1 This was an application by the Info-communications Development Authority of Singapore, the respondent (‘the Respondent’) in Civil Appeal No 81 of 2012/Q, to strike out the notice of appeal filed by the appellant (‘the Appellant’), OpenNet Pte Ltd, on the ground that the Appellant had not obtained leave to appeal to the Court of Appeal, pursuant to s 34 (2) (d), read with the Fifth Schedule, of the Supreme Court of Judicature Act (Cap 322, 2007 Rev Ed) (‘the SCJA’). At the conclusion of the hearing we ruled that the Appellant did not require leave of court to file the appeal and accordingly dismissed the application to strike out the notice of appeal. We now give our reasons.

The background

2 The Appellant is a joint venture company incorporated in Singapore. The Respondent is a statutory board established pursuant to the Info-communications Development Authority of Singapore Act (Cap 137 A, 2000 Rev Ed).

3 By way of Originating Summons No 1099 of 2011/V, the Appellant filed an application under O 53 of the Rules of Court (Cap 322, 2006 Rev Ed) (‘ROC’) for leave from the High Court to commence judicial review of a decision made by the Respondent that both a business trust by the name of NetLink Trust and its trustee-manager CityNet Infrastructure Management Pte Ltd had fulfilled the requirements set out in a deed of undertaking furnished by Singapore Telecommunications Limited to the Respondent.

4 The Appellant's application for leave to commence judicial review was heard on 17 January 2012, 21 February 2012, 2 March 2012 and 19 April 2012. On 7 June 2012, the Appellant's leave application was dismissed. On 6 July 2012, the Appellant filed a notice of appeal against the High Court's refusal to grant leave to commence judicial review.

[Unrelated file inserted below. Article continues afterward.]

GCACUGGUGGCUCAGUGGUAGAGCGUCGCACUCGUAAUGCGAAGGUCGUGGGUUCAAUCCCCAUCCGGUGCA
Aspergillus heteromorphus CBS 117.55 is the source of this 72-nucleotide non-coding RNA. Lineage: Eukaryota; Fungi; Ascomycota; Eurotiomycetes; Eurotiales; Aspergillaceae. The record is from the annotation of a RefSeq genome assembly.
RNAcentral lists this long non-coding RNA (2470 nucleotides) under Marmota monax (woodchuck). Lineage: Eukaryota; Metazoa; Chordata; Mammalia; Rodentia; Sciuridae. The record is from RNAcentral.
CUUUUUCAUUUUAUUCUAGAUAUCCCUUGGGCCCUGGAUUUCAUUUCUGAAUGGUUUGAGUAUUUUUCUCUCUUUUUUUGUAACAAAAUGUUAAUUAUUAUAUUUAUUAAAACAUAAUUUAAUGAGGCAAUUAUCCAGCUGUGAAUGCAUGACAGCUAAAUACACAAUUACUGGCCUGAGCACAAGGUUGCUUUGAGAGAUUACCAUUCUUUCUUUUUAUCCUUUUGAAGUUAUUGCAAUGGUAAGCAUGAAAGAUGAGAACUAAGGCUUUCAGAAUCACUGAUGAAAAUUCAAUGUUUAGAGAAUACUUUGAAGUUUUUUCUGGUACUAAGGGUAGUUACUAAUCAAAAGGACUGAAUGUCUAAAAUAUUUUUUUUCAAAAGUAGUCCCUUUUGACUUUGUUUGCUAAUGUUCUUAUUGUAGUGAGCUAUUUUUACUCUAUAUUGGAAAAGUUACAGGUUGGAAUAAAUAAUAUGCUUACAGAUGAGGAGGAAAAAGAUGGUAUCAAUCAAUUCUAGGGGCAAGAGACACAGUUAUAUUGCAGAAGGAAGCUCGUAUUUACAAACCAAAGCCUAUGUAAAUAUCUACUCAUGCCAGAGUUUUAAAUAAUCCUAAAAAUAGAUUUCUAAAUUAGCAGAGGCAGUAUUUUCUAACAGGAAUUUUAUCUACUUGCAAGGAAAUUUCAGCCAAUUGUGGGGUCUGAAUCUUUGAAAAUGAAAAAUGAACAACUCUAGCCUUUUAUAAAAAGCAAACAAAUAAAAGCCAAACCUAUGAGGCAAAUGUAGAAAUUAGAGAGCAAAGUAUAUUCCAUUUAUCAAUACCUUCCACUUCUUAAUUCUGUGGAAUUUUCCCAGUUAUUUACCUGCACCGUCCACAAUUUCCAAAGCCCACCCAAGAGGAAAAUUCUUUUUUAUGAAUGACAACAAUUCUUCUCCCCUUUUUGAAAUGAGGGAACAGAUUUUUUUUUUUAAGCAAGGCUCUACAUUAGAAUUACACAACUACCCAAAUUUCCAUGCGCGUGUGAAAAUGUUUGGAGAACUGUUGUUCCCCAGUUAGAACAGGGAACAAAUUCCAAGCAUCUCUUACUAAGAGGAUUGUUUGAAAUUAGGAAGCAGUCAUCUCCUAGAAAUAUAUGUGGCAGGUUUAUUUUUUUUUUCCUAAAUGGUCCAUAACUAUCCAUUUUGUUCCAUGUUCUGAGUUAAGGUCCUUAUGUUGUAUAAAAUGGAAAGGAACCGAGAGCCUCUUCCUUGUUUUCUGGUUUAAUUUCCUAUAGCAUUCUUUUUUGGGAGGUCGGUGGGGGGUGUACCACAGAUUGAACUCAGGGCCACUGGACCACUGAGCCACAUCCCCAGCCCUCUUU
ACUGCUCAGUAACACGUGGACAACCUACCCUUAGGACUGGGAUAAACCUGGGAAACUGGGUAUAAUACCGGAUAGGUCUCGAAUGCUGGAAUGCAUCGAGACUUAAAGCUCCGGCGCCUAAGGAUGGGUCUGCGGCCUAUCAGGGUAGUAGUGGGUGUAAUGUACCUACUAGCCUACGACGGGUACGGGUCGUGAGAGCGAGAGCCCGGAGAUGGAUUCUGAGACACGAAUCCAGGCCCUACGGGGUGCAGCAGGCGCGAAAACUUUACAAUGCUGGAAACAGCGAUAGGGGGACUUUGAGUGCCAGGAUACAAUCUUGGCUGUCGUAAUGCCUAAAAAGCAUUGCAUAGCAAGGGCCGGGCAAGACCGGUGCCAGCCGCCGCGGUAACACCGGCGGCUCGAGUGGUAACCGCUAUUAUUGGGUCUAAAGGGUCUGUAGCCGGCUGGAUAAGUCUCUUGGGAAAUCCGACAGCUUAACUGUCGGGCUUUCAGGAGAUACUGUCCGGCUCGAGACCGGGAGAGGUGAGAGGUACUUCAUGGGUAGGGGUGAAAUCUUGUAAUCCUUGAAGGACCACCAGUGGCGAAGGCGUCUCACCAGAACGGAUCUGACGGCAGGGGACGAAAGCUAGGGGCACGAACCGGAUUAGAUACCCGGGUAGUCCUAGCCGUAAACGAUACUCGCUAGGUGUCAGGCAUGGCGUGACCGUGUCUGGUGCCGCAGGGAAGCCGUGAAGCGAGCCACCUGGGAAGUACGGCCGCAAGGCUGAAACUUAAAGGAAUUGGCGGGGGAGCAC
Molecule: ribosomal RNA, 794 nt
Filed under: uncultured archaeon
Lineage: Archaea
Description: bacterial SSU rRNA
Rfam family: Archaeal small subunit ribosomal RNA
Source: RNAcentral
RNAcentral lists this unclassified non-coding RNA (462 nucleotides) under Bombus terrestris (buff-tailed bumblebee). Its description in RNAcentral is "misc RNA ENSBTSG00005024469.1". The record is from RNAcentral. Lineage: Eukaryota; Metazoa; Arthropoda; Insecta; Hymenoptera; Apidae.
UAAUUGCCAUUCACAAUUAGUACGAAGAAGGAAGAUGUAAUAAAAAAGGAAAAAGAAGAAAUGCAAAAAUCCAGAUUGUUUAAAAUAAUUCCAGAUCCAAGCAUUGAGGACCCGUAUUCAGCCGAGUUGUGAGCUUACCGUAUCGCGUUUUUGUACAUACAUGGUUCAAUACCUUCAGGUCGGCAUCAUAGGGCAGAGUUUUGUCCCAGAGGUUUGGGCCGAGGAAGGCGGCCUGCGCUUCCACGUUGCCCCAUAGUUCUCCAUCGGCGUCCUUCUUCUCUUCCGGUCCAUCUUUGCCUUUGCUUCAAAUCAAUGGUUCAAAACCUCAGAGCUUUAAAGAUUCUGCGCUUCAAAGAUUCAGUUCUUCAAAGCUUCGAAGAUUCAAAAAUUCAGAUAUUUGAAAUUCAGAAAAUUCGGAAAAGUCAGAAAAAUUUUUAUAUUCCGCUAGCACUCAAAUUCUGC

5 On 23 July 2012, the Respondent filed the present application for an order that the Appellant's notice of appeal be struck out on the ground that the Appellant had not obtained leave to appeal as required under s 34 (2) (d), read with the Fifth Schedule, of the SCJA.

Issue

6 The sole issue which we had to decide was whether the Appellant was required to apply for leave to appeal from the High Court in order to file the notice of appeal against the judge's (‘the Judge's’) refusal to grant leave to commence judicial review.

The legislative framework

7 Before examining the arguments made by the parties, it may be helpful to lay out the legislative framework for appeals on civil matters. As held by this court in Blenwel Agencies Pte Ltd v Tan Lee King [2008] 2 SLR (R) 529, ‘ [t] he Court of Appeal is a creature of statute and, hence, is only seised of the jurisdiction that has been conferred upon it by the relevant provisions in the legislation creating it’. Therefore, as a starting point, we refer to s 29 A of the SCJA, which provides that the Court of Appeal has jurisdiction over appeals from ‘any judgment or order of the High Court in any civil cause or matter’, subject to the provisions of the SCJA or ‘any other written law regulating the terms and conditions upon which such appeals may be brought’:

Jurisdiction of Court of Appeal

29 A.- (1)The civil jurisdiction of the Court of Appeal shall consist of appeals from any judgment or order of the High Court in any civil cause or matter whether made in the exercise of its original or of its appellate jurisdiction, subject...